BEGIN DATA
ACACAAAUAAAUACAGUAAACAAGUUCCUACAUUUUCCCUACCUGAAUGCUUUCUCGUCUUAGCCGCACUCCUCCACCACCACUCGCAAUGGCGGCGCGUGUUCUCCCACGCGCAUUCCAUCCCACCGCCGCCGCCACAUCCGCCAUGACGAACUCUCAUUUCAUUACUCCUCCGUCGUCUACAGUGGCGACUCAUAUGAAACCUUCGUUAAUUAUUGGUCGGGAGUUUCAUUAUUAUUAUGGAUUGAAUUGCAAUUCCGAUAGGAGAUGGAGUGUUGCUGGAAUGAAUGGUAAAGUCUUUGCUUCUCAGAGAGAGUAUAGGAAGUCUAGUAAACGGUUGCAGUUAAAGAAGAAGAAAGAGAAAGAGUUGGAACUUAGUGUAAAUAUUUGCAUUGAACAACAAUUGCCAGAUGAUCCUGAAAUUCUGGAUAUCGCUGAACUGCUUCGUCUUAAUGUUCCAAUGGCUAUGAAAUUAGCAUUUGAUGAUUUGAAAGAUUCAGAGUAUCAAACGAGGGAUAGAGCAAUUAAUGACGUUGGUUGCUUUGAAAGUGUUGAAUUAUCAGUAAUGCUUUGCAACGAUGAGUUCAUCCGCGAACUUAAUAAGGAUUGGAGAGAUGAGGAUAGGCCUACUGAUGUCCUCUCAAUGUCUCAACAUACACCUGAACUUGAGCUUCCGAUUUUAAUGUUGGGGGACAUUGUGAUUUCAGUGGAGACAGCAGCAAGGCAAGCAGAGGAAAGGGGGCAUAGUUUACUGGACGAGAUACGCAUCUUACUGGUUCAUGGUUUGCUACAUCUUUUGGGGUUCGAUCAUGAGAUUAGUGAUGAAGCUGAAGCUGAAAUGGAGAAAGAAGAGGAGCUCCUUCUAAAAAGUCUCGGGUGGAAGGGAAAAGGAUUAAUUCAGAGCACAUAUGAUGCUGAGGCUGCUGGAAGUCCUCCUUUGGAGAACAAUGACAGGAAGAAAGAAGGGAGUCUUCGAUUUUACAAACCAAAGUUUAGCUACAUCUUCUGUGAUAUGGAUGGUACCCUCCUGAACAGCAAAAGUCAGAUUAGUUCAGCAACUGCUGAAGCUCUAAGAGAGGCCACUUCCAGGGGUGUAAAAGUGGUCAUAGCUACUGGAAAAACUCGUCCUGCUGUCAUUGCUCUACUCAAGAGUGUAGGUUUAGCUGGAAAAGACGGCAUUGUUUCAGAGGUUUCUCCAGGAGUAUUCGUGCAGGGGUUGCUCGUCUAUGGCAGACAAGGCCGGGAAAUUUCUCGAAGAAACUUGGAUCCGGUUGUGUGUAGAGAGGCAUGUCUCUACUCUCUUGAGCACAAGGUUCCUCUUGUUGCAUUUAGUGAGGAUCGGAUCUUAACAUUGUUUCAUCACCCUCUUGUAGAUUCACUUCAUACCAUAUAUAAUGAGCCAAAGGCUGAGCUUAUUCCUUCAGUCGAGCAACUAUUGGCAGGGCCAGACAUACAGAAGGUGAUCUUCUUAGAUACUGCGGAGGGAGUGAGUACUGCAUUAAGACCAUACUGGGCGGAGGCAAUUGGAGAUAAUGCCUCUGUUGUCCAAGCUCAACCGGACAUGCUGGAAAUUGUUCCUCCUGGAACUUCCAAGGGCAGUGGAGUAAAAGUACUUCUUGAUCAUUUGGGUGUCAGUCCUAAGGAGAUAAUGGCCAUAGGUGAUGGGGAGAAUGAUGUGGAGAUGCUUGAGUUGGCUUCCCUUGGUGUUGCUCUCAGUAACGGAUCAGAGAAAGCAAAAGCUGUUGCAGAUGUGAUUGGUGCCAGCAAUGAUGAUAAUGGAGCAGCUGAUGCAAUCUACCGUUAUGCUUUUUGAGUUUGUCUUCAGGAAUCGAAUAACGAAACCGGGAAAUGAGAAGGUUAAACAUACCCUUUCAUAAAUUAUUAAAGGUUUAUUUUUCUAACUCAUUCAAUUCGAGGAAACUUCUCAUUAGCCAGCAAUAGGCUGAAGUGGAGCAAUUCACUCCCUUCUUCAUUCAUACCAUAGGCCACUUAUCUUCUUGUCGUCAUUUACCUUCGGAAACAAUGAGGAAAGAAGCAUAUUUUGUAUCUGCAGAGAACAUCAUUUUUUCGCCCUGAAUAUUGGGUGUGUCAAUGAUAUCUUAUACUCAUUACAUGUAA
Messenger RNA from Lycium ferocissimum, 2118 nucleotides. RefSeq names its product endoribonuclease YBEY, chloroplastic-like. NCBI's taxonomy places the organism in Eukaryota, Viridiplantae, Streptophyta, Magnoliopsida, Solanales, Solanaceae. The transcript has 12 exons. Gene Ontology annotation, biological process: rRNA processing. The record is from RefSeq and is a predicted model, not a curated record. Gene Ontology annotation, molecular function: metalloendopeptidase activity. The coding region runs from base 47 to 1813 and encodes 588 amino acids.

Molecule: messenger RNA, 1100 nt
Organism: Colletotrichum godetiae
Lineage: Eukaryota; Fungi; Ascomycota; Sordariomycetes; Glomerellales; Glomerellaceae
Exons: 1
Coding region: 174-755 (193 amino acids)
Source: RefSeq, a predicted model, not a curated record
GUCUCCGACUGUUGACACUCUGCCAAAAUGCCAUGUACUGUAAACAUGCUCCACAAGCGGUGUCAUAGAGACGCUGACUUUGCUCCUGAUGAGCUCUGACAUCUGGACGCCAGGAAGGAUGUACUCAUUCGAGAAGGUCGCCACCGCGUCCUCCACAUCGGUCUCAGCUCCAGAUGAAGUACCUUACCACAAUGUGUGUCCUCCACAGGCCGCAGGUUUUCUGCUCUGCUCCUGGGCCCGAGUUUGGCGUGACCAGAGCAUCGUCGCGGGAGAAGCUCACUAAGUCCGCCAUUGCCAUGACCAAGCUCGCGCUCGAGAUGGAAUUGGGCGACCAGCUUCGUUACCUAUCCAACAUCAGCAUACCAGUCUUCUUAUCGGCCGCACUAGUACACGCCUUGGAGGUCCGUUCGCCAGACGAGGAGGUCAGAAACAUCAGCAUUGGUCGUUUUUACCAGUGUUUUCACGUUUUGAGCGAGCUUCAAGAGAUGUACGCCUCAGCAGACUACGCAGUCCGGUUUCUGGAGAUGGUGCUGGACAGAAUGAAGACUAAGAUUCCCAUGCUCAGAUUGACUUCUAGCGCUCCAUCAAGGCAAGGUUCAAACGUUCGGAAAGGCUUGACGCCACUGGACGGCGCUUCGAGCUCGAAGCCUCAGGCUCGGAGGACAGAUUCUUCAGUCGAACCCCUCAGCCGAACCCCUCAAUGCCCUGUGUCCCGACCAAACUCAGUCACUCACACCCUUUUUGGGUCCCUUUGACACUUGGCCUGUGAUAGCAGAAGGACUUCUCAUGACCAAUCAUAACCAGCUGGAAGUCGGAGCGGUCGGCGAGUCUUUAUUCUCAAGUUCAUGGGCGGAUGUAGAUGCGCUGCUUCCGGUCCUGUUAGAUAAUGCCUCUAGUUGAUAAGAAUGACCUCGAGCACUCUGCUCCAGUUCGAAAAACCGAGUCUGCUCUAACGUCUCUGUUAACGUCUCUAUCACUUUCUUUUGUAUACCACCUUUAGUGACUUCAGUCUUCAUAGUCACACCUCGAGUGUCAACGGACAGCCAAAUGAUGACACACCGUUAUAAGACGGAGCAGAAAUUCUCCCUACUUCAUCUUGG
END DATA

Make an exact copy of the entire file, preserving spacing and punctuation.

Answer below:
ACACAAAUAAAUACAGUAAACAAGUUCCUACAUUUUCCCUACCUGAAUGCUUUCUCGUCUUAGCCGCACUCCUCCACCACCACUCGCAAUGGCGGCGCGUGUUCUCCCACGCGCAUUCCAUCCCACCGCCGCCGCCACAUCCGCCAUGACGAACUCUCAUUUCAUUACUCCUCCGUCGUCUACAGUGGCGACUCAUAUGAAACCUUCGUUAAUUAUUGGUCGGGAGUUUCAUUAUUAUUAUGGAUUGAAUUGCAAUUCCGAUAGGAGAUGGAGUGUUGCUGGAAUGAAUGGUAAAGUCUUUGCUUCUCAGAGAGAGUAUAGGAAGUCUAGUAAACGGUUGCAGUUAAAGAAGAAGAAAGAGAAAGAGUUGGAACUUAGUGUAAAUAUUUGCAUUGAACAACAAUUGCCAGAUGAUCCUGAAAUUCUGGAUAUCGCUGAACUGCUUCGUCUUAAUGUUCCAAUGGCUAUGAAAUUAGCAUUUGAUGAUUUGAAAGAUUCAGAGUAUCAAACGAGGGAUAGAGCAAUUAAUGACGUUGGUUGCUUUGAAAGUGUUGAAUUAUCAGUAAUGCUUUGCAACGAUGAGUUCAUCCGCGAACUUAAUAAGGAUUGGAGAGAUGAGGAUAGGCCUACUGAUGUCCUCUCAAUGUCUCAACAUACACCUGAACUUGAGCUUCCGAUUUUAAUGUUGGGGGACAUUGUGAUUUCAGUGGAGACAGCAGCAAGGCAAGCAGAGGAAAGGGGGCAUAGUUUACUGGACGAGAUACGCAUCUUACUGGUUCAUGGUUUGCUACAUCUUUUGGGGUUCGAUCAUGAGAUUAGUGAUGAAGCUGAAGCUGAAAUGGAGAAAGAAGAGGAGCUCCUUCUAAAAAGUCUCGGGUGGAAGGGAAAAGGAUUAAUUCAGAGCACAUAUGAUGCUGAGGCUGCUGGAAGUCCUCCUUUGGAGAACAAUGACAGGAAGAAAGAAGGGAGUCUUCGAUUUUACAAACCAAAGUUUAGCUACAUCUUCUGUGAUAUGGAUGGUACCCUCCUGAACAGCAAAAGUCAGAUUAGUUCAGCAACUGCUGAAGCUCUAAGAGAGGCCACUUCCAGGGGUGUAAAAGUGGUCAUAGCUACUGGAAAAACUCGUCCUGCUGUCAUUGCUCUACUCAAGAGUGUAGGUUUAGCUGGAAAAGACGGCAUUGUUUCAGAGGUUUCUCCAGGAGUAUUCGUGCAGGGGUUGCUCGUCUAUGGCAGACAAGGCCGGGAAAUUUCUCGAAGAAACUUGGAUCCGGUUGUGUGUAGAGAGGCAUGUCUCUACUCUCUUGAGCACAAGGUUCCUCUUGUUGCAUUUAGUGAGGAUCGGAUCUUAACAUUGUUUCAUCACCCUCUUGUAGAUUCACUUCAUACCAUAUAUAAUGAGCCAAAGGCUGAGCUUAUUCCUUCAGUCGAGCAACUAUUGGCAGGGCCAGACAUACAGAAGGUGAUCUUCUUAGAUACUGCGGAGGGAGUGAGUACUGCAUUAAGACCAUACUGGGCGGAGGCAAUUGGAGAUAAUGCCUCUGUUGUCCAAGCUCAACCGGACAUGCUGGAAAUUGUUCCUCCUGGAACUUCCAAGGGCAGUGGAGUAAAAGUACUUCUUGAUCAUUUGGGUGUCAGUCCUAAGGAGAUAAUGGCCAUAGGUGAUGGGGAGAAUGAUGUGGAGAUGCUUGAGUUGGCUUCCCUUGGUGUUGCUCUCAGUAACGGAUCAGAGAAAGCAAAAGCUGUUGCAGAUGUGAUUGGUGCCAGCAAUGAUGAUAAUGGAGCAGCUGAUGCAAUCUACCGUUAUGCUUUUUGAGUUUGUCUUCAGGAAUCGAAUAACGAAACCGGGAAAUGAGAAGGUUAAACAUACCCUUUCAUAAAUUAUUAAAGGUUUAUUUUUCUAACUCAUUCAAUUCGAGGAAACUUCUCAUUAGCCAGCAAUAGGCUGAAGUGGAGCAAUUCACUCCCUUCUUCAUUCAUACCAUAGGCCACUUAUCUUCUUGUCGUCAUUUACCUUCGGAAACAAUGAGGAAAGAAGCAUAUUUUGUAUCUGCAGAGAACAUCAUUUUUUCGCCCUGAAUAUUGGGUGUGUCAAUGAUAUCUUAUACUCAUUACAUGUAA
Messenger RNA from Lycium ferocissimum, 2118 nucleotides. RefSeq names its product endoribonuclease YBEY, chloroplastic-like. NCBI's taxonomy places the organism in Eukaryota, Viridiplantae, Streptophyta, Magnoliopsida, Solanales, Solanaceae. The transcript has 12 exons. Gene Ontology annotation, biological process: rRNA processing. The record is from RefSeq and is a predicted model, not a curated record. Gene Ontology annotation, molecular function: metalloendopeptidase activity. The coding region runs from base 47 to 1813 and encodes 588 amino acids.

Molecule: messenger RNA, 1100 nt
Organism: Colletotrichum godetiae
Lineage: Eukaryota; Fungi; Ascomycota; Sordariomycetes; Glomerellales; Glomerellaceae
Exons: 1
Coding region: 174-755 (193 amino acids)
Source: RefSeq, a predicted model, not a curated record
GUCUCCGACUGUUGACACUCUGCCAAAAUGCCAUGUACUGUAAACAUGCUCCACAAGCGGUGUCAUAGAGACGCUGACUUUGCUCCUGAUGAGCUCUGACAUCUGGACGCCAGGAAGGAUGUACUCAUUCGAGAAGGUCGCCACCGCGUCCUCCACAUCGGUCUCAGCUCCAGAUGAAGUACCUUACCACAAUGUGUGUCCUCCACAGGCCGCAGGUUUUCUGCUCUGCUCCUGGGCCCGAGUUUGGCGUGACCAGAGCAUCGUCGCGGGAGAAGCUCACUAAGUCCGCCAUUGCCAUGACCAAGCUCGCGCUCGAGAUGGAAUUGGGCGACCAGCUUCGUUACCUAUCCAACAUCAGCAUACCAGUCUUCUUAUCGGCCGCACUAGUACACGCCUUGGAGGUCCGUUCGCCAGACGAGGAGGUCAGAAACAUCAGCAUUGGUCGUUUUUACCAGUGUUUUCACGUUUUGAGCGAGCUUCAAGAGAUGUACGCCUCAGCAGACUACGCAGUCCGGUUUCUGGAGAUGGUGCUGGACAGAAUGAAGACUAAGAUUCCCAUGCUCAGAUUGACUUCUAGCGCUCCAUCAAGGCAAGGUUCAAACGUUCGGAAAGGCUUGACGCCACUGGACGGCGCUUCGAGCUCGAAGCCUCAGGCUCGGAGGACAGAUUCUUCAGUCGAACCCCUCAGCCGAACCCCUCAAUGCCCUGUGUCCCGACCAAACUCAGUCACUCACACCCUUUUUGGGUCCCUUUGACACUUGGCCUGUGAUAGCAGAAGGACUUCUCAUGACCAAUCAUAACCAGCUGGAAGUCGGAGCGGUCGGCGAGUCUUUAUUCUCAAGUUCAUGGGCGGAUGUAGAUGCGCUGCUUCCGGUCCUGUUAGAUAAUGCCUCUAGUUGAUAAGAAUGACCUCGAGCACUCUGCUCCAGUUCGAAAAACCGAGUCUGCUCUAACGUCUCUGUUAACGUCUCUAUCACUUUCUUUUGUAUACCACCUUUAGUGACUUCAGUCUUCAUAGUCACACCUCGAGUGUCAACGGACAGCCAAAUGAUGACACACCGUUAUAAGACGGAGCAGAAAUUCUCCCUACUUCAUCUUGG